Nigeria's president, Bola Tinubu has announced that the country is working on a joint foreign exchange (FX) liquidity programme with the United Arab Emirates (UAE). He disclosed this after a meeting with Mohamed bin Zayed Al Nahyan, UAE president, in Abu Dhabi, on Monday.
However, he did not state the scope of the programme. “Details...will be announced in the coming weeks,” Tinubu posted on X. Since his inauguration as president over 100 days ago, Tinubu has continued to roll out policies that will mitigate the foreign exchange crisis in the country.
In recent times, the Central Bank of Nigeria has played a major role in supplying dollars to the FX markets in the country—the Investors and Exporters window, the Bureau De Change (BDC) window, and the Small and Medium Enterprises window. This is due to the limited FX supply from exporters and foreign investors.
However, it has led to increased rates and has also impacted negatively on the country's external reserves. “As reserves dwindled, foreign investors and local businesses could not access dollars easily. Thus, this FX scarcity placed a premium charge on windows with more straightforward access (i.e. BDC window). However, the challenge was that the BDCs could only serve a fraction of the total market,” writes Benjamin Dada and Joshua Ishola, a financial consultant and global markets associate.
A year ago, UAE's Emirates suspended all its flights in and out of Nigeria due to its inability to repatriate $85 million stuck in Nigeria—an impact of the FX crises. “Airlines can't be expected to fly if they can't realize revenue from ticket sales,” says the International Air Transport Association (IATA). “Loss of connectivity harms the economy, hurts investor confidence, and impacts jobs and people’s lives. The Government of Nigeria needs to prioritise the release of funds before more damage is done.”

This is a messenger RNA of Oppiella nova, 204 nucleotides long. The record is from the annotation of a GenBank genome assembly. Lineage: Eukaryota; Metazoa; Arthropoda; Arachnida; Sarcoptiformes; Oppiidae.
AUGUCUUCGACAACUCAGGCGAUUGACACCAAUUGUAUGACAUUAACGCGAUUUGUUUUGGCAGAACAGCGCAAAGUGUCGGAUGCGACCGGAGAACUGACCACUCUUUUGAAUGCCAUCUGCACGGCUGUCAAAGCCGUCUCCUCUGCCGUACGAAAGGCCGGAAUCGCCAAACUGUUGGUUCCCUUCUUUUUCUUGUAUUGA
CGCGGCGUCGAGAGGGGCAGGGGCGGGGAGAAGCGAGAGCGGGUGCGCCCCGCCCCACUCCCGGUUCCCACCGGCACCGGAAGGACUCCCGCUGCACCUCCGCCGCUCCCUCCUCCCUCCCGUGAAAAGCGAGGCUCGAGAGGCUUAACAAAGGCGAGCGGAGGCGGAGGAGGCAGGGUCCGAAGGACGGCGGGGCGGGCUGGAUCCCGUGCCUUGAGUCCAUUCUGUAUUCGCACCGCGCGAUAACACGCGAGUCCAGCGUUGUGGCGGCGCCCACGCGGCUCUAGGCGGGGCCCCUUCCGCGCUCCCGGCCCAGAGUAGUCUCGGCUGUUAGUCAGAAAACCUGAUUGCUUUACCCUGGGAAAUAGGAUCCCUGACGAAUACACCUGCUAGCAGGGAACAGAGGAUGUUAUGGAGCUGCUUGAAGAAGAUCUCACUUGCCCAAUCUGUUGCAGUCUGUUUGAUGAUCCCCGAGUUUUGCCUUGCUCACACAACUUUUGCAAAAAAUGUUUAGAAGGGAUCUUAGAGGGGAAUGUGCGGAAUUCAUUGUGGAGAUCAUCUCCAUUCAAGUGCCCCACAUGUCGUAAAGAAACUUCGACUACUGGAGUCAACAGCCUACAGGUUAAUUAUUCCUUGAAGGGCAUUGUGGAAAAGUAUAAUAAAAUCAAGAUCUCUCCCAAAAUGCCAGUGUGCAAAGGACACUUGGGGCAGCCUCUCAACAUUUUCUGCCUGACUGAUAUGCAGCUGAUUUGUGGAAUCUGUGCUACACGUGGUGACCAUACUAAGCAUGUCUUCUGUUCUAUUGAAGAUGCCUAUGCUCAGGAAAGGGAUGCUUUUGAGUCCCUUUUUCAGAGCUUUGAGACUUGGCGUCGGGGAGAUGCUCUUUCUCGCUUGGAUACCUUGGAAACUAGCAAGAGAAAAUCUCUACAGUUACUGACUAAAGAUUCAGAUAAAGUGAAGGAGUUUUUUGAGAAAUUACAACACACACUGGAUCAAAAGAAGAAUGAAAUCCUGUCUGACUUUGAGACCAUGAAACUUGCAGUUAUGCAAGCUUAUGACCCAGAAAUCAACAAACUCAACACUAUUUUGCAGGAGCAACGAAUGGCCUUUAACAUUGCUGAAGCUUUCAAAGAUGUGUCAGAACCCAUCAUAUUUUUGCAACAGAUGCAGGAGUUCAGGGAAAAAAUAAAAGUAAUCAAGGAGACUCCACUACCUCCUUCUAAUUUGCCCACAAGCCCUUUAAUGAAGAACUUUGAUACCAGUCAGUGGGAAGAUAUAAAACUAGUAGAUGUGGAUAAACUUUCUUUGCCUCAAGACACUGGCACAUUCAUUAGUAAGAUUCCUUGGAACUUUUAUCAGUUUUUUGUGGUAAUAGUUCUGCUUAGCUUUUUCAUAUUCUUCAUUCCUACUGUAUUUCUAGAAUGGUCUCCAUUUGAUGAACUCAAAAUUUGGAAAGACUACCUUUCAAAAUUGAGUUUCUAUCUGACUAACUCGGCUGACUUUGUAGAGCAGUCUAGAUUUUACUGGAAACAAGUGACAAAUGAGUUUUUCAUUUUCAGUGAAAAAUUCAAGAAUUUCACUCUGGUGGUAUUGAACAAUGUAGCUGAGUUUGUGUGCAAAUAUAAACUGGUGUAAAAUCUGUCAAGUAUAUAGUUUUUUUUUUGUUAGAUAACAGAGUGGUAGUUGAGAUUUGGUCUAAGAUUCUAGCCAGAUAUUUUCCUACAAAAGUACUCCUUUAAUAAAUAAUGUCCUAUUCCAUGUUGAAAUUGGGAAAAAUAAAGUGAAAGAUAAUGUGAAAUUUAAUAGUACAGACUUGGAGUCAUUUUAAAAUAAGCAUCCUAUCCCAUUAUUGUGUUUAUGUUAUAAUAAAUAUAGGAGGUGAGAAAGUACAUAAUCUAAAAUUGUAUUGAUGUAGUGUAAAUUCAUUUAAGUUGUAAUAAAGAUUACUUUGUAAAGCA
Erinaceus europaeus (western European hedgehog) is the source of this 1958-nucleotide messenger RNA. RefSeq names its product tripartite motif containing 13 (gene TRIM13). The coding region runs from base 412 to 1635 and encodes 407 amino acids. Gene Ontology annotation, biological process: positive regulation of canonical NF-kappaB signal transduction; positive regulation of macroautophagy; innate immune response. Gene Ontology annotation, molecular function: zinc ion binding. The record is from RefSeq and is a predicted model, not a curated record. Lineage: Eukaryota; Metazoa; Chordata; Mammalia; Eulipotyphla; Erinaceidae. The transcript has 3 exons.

Later in October 2022, the UAE imposed a visa ban on all Nigerian travellers. Although the reason for the ban was not disclosed, several commentators described it as part of sanctions for the trap funds.
Following Monday's meeting between Tinubu and Zayed Al Nahyan, the ban has been lifted and the suspended UAE-based airlines—Etihad Airlines and Emirates Airlines—will also resume operations in Nigeria. “As negotiated between the two Heads of State, this immediate restoration of flight activity, through these two airlines and between the two countries, does not involve any immediate payment [of trapped funds] by the Nigerian government,” according to Ajuri Ngelale, Tinubu's spokesperson.
This exemption is possibly part of the FX liquidity programme that is underway. While we await the details in the coming weeks, it is possible that the programme will be similar to the incident where the UAE, Qatar and Saudi Arabia gave $22 billion to Egypt to cover its account deficit.
The UAE government has agreed on a framework to “make investments worth several billions of U.S. dollars into the Nigerian economy...covering multiple sectors including defence and agriculture,” Tinubu said in a post on X.
Although a news report from Emirates News Agency, the UAE-state media, which was posted by the UAE Embassy in Nigeria did not corroborate Tinubu's and Ngelale's statements in detail, the report said: “The UAE President and Nigerian President explored opportunities for further bilateral collaboration in areas that serve both countries’ sustainable economic growth, including the economic, development, energy, and climate action fields.”
“The two sides also exchanged views on a number of regional and international developments of interest,” it added.
At the time of this report, flight schedules in and out of Nigeria via Emirates and Etihad, UAE national carrier, were unavailable.
This is a developing story, we will bring you more details as it unfolds.